What Is Spam? Why Should My Website Avoid It?
In the SEO world, it seems like we’re always talking about what not to do when it comes to your website and your search engine optimization strategy. And for good reason: Spam can harm a website’s ability to rank and drive traffic and revenue.
Most website publishers aren’t intentionally doing spam (and if they are, it’s not a sustainable tactic). But many websites inadvertently get caught up in spam practices. They are surprised when they can’t seem to rank or fall in the search rankings. Or worse, they might get a manual penalty or be removed from the search engine index.
Google is always fighting to keep spam out of its search results. They even released an updated spam algorithm in June that they called a spam update, putting some brand new technology and a lot of detection smarts in place. So to those inclined to spam, you cannot fly under the radar anymore.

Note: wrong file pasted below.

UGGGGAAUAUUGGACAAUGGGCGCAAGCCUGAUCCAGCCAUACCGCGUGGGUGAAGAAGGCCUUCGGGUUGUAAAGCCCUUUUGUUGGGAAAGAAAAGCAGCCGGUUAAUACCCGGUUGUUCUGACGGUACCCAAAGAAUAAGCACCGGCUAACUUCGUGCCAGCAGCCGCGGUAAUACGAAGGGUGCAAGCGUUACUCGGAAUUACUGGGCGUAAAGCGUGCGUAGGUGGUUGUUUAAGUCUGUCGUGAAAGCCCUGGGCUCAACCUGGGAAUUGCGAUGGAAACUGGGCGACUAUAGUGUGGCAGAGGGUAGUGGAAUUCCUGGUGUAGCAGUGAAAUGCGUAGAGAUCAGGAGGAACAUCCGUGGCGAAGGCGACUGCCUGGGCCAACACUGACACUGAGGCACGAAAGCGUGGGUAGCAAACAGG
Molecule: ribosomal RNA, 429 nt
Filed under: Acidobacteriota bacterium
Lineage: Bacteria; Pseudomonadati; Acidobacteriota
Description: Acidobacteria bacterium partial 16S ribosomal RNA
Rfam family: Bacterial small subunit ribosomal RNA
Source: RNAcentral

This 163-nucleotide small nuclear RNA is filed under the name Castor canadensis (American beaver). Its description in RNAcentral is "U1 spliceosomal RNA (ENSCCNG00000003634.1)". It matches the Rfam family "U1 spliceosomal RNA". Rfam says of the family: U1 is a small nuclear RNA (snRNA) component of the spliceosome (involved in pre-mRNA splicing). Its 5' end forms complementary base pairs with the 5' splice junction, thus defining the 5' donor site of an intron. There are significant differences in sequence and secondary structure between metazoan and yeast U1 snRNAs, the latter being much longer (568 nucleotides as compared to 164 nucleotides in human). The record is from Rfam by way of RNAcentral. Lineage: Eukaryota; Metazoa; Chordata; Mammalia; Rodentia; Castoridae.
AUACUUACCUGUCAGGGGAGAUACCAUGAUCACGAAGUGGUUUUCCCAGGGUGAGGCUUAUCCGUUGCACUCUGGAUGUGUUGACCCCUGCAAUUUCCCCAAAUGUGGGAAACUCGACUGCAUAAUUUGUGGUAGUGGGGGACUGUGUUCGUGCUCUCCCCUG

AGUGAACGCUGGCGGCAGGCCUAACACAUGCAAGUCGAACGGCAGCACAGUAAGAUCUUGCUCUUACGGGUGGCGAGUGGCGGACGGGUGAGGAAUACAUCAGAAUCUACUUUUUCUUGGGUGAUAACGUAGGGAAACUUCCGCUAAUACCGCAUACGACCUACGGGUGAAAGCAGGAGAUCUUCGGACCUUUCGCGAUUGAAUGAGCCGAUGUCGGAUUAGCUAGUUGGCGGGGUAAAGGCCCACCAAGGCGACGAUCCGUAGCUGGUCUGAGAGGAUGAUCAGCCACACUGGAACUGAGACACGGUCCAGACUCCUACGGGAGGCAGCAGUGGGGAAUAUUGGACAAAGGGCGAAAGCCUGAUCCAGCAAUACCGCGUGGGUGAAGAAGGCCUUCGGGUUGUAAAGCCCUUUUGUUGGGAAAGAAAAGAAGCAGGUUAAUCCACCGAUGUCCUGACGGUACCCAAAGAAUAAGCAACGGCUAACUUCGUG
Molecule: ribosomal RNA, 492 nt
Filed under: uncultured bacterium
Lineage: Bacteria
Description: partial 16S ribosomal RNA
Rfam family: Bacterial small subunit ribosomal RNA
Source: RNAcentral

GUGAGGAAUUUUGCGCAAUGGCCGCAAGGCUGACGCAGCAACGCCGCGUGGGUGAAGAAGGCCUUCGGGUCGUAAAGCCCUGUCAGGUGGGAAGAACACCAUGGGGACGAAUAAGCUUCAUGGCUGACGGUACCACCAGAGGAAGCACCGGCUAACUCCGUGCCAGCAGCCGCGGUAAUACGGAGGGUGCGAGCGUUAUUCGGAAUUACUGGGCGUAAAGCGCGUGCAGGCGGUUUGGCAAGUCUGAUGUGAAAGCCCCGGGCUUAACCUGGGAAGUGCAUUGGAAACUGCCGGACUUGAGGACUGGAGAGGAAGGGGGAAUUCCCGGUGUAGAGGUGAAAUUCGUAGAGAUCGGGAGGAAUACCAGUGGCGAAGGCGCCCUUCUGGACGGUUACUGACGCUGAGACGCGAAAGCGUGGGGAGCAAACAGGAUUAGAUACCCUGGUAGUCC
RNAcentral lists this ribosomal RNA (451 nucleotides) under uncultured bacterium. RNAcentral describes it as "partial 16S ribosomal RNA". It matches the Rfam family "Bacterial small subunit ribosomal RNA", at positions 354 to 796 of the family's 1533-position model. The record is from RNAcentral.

Still, is it possible you could be doing webspam without meaning to? Today I’ll share what spam is and what can happen if you do it as we discuss:
- What is spam?
- Types of spam
- The cost of spam
- FAQ: What are the potential consequences of engaging in SEO spam practices, and how can website owners avoid them?
Webspam comes in many forms, and its defining quality is an intention to manipulate search engine rankings with deceptive practices. The rule of thumb for spam is: Did you earn your rankings? If not, then it’s probably spam.
People engage in spam practices to boost their own websites (or the websites of their clients) or to negatively impact a competitor’s website (referred to as negative SEO).
Spam has been a huge money maker for a lot of industries over the years (think casinos, porn, and pharmaceuticals). Search engines have long had a goal to eradicate these types of sites from their search results.
Google discusses spam further here:
Ever since there have been search engines, there have been people dedicated to tricking their way to the top of the results page. This is bad for searchers because more relevant pages get buried under irrelevant results, and it’s bad for legitimate websites because these sites become harder to find. For these reasons, we’ve been working since the earliest days of Google to fight spammers, helping people find the answers they’re looking for, and helping legitimate websites get traffic from search. …